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Othello Criterion Blu-ray Review


Orson Welles’ “Othello” is a flawed, but quality adaptation of the classic Shakespeare play.

Based on William Shakespeare’s iconic play of the same name, Orson Welles’ take on “Othello” tells the same tragic story of the villainous Iago tearing apart the lives of the esteemed General (Othello) and his love (Desdemona) with lies of infidelity. Really, if you don’t know the story by now, well, you should.

While there have been better film adaptations over the years (I’m quite partial to “O” and the 1955 “Othello” with Laurence Fishburne), Orson Welles’ adaptation is a truncated, but ultimately faithful version of the great play. From a production perspective, it is quite impressive given the fact that this was a rather low-budget indie filmed over the course of 3 years. The picturesque shooting locations and the costumes are particularly noteworthy here. With all of that said, the film’s shortcomings are quite apparent. The editing is sometimes quick and choppy and is clearly masking problems, and there’s quite a bit of offscreen dialogue and narration. Does any of this ruin the film? Absolutely not, but it does stick out.

Luckily, the acting makes up for any flaws that are present on screen. While it pains me to see actors in blackface, there’s no denying that Orson Welles has a striking screen presence as the titular character. However, the real stand-outs, to me at least, are Micheal MacLiammoir as Iago and the underrated Suzanne Cloutier as the pure and innocent Desdemona. Both actors not only hold their own opposite Welles, but they both really elevate the movie. Even with the lovely scenery, it’s the acting that drives this movie at the end of the day.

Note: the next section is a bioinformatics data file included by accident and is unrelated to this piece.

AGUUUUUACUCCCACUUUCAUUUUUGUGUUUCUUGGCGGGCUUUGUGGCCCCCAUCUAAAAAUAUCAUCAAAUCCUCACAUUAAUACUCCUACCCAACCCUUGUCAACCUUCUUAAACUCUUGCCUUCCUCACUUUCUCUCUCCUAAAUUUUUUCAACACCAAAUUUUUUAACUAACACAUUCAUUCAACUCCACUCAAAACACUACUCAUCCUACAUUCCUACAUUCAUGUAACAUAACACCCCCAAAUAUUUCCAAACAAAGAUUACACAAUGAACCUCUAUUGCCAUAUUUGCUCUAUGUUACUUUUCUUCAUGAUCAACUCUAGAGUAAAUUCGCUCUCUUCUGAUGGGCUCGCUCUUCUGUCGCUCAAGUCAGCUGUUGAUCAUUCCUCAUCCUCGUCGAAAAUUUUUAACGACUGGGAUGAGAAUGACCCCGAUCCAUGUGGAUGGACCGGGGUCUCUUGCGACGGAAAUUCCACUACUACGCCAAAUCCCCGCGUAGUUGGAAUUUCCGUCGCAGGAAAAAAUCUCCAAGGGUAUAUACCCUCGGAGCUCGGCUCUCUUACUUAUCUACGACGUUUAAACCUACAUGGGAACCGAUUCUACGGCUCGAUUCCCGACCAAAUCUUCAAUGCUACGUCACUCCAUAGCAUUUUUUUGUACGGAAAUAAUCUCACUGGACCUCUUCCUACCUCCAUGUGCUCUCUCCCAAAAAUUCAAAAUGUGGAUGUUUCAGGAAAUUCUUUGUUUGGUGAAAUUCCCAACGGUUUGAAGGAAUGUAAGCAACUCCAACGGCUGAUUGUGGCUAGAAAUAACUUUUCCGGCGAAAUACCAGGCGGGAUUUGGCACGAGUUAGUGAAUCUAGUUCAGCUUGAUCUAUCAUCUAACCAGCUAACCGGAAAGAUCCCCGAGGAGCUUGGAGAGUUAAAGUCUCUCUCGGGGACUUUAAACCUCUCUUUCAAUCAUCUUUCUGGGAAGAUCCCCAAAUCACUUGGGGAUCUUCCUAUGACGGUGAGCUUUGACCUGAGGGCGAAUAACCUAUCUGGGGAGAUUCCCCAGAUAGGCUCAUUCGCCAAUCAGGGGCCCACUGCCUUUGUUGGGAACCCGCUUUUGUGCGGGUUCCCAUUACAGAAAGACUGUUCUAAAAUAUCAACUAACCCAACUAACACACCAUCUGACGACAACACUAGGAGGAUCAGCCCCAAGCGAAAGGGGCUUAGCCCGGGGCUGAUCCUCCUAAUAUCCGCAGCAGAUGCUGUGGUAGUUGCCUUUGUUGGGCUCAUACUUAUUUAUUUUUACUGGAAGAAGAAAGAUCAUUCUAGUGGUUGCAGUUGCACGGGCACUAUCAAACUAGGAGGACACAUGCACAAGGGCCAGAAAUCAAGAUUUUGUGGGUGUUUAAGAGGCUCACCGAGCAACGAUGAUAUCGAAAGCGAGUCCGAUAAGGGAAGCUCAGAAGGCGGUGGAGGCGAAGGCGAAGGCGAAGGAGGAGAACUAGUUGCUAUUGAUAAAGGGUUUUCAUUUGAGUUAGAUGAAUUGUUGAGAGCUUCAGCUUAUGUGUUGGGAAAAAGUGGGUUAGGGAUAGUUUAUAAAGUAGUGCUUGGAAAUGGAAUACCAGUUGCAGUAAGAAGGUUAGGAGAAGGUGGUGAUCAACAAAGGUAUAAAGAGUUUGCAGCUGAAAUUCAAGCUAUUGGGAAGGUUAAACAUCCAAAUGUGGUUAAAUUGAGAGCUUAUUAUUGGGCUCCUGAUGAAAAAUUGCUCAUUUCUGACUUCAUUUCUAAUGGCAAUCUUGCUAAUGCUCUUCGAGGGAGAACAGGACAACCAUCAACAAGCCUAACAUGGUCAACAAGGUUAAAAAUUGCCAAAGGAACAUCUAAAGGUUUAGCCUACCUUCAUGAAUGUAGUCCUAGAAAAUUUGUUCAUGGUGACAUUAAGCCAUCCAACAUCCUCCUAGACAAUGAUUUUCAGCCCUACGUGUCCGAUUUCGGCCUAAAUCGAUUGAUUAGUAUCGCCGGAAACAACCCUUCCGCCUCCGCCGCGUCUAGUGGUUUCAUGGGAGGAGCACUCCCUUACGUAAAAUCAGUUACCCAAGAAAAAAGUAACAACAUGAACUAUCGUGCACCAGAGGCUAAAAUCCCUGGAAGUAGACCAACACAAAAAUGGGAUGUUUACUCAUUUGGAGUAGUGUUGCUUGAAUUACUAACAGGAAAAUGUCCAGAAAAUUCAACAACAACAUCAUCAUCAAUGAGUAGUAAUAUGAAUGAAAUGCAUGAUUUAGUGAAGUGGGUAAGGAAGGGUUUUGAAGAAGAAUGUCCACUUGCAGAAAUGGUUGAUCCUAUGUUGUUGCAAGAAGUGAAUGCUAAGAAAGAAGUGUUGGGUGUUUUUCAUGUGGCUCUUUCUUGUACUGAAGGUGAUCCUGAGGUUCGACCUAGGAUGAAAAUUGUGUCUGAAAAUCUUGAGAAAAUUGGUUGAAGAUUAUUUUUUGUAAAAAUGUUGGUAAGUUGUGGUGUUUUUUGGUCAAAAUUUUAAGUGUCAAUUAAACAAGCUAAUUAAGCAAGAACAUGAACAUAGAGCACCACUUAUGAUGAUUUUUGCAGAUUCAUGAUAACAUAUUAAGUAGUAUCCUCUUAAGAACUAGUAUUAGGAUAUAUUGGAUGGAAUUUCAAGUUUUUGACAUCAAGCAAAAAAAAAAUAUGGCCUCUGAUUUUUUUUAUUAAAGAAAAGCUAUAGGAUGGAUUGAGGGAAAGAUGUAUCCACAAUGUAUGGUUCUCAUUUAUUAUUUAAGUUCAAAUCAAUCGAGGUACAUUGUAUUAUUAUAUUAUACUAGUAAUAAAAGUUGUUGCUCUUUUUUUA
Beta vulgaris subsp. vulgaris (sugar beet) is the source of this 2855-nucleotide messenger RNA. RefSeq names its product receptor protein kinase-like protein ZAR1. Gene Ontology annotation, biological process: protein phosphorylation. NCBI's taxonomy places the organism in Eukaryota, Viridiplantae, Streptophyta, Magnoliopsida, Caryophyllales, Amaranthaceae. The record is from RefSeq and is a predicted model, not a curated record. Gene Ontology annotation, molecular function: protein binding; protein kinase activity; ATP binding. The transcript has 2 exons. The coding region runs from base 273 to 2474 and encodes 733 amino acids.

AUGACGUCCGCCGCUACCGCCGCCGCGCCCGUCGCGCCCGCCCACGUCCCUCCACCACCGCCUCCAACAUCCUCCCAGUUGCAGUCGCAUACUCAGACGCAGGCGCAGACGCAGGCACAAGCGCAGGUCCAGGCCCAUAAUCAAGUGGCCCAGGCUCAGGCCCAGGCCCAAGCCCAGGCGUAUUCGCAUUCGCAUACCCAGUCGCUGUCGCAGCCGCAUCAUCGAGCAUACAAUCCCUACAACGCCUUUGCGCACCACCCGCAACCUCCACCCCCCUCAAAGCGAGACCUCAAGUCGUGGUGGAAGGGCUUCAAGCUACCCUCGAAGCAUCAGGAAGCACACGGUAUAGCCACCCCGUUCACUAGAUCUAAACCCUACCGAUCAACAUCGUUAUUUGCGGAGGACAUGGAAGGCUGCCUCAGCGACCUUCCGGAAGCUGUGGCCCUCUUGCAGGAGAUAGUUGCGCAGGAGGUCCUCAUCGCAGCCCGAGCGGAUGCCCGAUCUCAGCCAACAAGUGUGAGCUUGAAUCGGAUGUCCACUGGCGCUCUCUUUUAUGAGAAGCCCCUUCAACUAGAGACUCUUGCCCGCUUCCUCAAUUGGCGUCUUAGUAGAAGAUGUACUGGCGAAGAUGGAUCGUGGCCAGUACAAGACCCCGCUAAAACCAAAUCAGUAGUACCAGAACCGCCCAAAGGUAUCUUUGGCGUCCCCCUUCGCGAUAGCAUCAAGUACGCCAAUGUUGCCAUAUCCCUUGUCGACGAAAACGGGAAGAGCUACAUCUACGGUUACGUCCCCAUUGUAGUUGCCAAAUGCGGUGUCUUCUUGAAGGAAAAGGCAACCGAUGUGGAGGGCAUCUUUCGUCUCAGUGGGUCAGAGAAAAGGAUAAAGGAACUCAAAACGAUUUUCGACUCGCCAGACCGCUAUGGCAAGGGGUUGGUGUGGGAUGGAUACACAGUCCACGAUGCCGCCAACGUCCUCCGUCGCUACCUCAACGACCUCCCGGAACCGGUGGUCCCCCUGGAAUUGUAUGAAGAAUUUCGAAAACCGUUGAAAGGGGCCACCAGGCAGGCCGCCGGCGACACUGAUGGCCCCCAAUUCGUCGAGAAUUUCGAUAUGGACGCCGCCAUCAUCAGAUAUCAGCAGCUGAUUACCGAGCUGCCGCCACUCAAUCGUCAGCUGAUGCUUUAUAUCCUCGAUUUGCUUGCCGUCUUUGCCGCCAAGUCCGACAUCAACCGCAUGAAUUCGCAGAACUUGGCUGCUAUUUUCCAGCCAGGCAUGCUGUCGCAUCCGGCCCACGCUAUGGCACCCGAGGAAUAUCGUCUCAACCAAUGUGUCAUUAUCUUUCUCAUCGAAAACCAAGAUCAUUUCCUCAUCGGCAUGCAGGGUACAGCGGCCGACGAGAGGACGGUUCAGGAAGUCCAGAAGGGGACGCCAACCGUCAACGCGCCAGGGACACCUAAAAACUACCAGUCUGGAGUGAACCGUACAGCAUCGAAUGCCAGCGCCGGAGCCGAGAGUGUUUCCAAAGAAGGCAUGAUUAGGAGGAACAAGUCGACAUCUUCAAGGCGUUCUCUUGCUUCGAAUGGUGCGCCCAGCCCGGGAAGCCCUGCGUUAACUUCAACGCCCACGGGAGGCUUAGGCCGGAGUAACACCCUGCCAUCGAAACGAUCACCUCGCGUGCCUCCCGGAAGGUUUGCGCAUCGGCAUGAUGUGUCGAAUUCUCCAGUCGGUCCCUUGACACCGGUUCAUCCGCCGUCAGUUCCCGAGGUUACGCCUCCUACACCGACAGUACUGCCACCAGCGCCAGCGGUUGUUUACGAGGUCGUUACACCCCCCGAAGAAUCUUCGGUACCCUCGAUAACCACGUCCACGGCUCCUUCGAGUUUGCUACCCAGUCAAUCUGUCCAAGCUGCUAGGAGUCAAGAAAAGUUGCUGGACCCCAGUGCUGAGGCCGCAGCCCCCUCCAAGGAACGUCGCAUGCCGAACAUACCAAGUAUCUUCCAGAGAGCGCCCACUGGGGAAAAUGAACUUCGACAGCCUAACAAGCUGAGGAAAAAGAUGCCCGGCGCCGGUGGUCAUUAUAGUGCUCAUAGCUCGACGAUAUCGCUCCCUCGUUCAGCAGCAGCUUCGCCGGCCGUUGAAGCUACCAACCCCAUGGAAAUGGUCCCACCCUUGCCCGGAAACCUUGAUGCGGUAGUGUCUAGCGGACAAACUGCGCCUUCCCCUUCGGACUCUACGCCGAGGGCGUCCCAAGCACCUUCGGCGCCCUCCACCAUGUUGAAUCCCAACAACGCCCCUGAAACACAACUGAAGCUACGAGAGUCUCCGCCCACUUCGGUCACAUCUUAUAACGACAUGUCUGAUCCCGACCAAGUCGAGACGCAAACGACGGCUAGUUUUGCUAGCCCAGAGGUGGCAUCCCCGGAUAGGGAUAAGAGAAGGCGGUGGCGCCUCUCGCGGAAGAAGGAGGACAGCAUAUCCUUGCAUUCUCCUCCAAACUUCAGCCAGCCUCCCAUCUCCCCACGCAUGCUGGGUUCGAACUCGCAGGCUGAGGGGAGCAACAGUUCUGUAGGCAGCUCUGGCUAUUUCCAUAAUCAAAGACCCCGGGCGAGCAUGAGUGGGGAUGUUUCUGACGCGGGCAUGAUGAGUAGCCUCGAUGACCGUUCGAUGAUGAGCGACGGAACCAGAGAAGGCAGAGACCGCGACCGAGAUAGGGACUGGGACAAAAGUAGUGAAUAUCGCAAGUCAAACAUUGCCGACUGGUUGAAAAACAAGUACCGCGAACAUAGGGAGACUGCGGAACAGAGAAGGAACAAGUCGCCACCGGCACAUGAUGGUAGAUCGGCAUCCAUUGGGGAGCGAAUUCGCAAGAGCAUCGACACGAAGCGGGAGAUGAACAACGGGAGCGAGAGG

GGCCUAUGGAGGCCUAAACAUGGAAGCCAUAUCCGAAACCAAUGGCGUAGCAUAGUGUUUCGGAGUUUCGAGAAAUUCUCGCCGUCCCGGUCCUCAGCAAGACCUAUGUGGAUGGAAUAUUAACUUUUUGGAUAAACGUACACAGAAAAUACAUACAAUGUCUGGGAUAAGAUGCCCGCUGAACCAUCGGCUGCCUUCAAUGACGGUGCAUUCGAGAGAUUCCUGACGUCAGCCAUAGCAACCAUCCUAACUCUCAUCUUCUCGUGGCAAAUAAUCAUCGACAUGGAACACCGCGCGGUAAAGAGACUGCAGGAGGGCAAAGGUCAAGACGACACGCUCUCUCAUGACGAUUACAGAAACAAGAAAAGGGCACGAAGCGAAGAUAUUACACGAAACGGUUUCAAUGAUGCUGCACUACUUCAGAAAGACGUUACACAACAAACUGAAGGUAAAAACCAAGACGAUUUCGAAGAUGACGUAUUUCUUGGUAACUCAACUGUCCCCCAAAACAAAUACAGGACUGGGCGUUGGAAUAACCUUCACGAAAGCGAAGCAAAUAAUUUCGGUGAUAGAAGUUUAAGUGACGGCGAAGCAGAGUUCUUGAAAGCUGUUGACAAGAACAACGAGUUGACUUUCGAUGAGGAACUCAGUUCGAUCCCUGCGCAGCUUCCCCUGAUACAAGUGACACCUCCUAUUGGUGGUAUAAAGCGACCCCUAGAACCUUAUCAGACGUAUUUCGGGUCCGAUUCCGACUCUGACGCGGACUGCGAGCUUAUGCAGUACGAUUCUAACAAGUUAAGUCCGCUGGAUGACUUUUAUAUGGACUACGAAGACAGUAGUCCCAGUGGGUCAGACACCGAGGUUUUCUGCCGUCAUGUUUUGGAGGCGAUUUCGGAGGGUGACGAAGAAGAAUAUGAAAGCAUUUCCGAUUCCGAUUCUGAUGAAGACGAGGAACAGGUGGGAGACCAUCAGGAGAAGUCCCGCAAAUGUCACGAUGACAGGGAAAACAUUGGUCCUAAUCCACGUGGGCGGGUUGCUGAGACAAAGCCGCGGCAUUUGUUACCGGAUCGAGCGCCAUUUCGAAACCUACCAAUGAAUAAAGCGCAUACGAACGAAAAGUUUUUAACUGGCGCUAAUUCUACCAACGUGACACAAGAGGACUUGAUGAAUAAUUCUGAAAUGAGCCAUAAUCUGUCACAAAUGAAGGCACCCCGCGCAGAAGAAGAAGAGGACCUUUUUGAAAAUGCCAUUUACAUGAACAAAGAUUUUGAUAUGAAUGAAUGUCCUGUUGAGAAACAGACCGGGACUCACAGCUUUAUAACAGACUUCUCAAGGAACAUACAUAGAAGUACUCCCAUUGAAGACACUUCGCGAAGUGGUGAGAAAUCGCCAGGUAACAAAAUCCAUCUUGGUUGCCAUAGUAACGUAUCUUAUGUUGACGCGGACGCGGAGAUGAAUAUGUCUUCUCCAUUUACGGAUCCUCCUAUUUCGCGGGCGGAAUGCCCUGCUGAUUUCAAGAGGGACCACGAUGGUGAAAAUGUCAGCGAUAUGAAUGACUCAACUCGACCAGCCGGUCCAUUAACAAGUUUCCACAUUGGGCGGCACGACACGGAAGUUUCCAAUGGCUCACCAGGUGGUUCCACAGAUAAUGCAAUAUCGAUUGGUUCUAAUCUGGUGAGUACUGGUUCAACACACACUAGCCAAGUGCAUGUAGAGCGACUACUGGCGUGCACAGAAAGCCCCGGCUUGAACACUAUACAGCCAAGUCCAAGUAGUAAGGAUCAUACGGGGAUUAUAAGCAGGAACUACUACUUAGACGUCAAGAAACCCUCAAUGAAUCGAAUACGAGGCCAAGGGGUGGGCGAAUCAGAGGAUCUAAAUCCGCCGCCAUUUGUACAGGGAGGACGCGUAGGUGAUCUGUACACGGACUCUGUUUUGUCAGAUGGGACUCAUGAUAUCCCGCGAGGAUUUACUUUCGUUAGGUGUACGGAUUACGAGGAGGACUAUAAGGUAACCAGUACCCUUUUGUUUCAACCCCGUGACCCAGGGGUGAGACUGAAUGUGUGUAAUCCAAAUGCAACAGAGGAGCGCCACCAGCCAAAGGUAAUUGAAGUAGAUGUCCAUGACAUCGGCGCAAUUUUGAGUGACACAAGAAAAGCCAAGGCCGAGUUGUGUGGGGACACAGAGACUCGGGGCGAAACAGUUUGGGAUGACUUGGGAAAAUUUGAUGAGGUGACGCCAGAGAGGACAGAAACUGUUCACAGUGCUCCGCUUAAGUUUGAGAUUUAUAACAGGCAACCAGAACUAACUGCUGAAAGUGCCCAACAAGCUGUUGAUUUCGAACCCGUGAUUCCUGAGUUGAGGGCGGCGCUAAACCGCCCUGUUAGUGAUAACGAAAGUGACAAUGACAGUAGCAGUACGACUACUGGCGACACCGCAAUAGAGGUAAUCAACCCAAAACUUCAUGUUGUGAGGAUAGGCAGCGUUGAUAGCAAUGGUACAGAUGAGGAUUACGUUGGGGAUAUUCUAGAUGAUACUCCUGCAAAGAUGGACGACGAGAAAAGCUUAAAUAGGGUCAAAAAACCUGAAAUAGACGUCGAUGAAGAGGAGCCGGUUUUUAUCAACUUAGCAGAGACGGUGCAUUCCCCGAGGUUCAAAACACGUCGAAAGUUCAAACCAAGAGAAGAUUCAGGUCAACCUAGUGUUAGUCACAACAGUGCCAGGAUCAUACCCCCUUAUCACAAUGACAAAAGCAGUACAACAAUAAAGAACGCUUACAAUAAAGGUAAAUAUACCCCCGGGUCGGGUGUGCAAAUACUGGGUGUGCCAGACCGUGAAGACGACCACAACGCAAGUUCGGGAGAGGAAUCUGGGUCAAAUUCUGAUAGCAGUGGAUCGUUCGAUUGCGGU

Note: This Blu-ray disc contains both the 1952 European 93 minute cut and the 1955 US/UK 91 minute cut.


Presentation: 1.37:1 1080p. How does it look? The 4K digital transfers of both cuts of the B&W are superb. While there is noticeable wear on the prints, there’s no doubt that they have been cleaned up quite a bit.

Audio Tracks: Uncompressed Mono. How do they sound? Strangely, the 1955 cut has a rather lackluster and low sounding track while the 1952 version offers up a louder and better quality track.

Extras: A fold-out booklet featuring photos, credits, and an essay by Geoffrey O’Brien, a solid 1994 commentary on the 1955 version by Peter Bogdanovich and Myro Meisel, a 22 minute interview with veteran actor and Orson Welles biographer Simon Callow who chats about “Othello,” his life and career, fascinating behind-the-scenes stories about Othello’s production, and more, an 83 minute 1979 docu titled “Filming Othello” which includes a plethora of footage of Orson Welles discussing the project himself, a short film ghost story titled “Return To Glennascaul” starring Welles, another documentary titled “Souvenirs D Othello” that primarily features an interview with Suzanne Cloutier (Desdemona in the film), an interview with Professor/Author Ayanna Thompson who talks about the history of white actors portraying the titular role, an interview with author Joseph McBride (who penned a book about Orson Welles), and lastly an intercuew with film scholar/author Francois Thomas about the various versions of Orson’s “Othello.”

November 15, 2017 - Posted by | Blu-Ray review | , , ,

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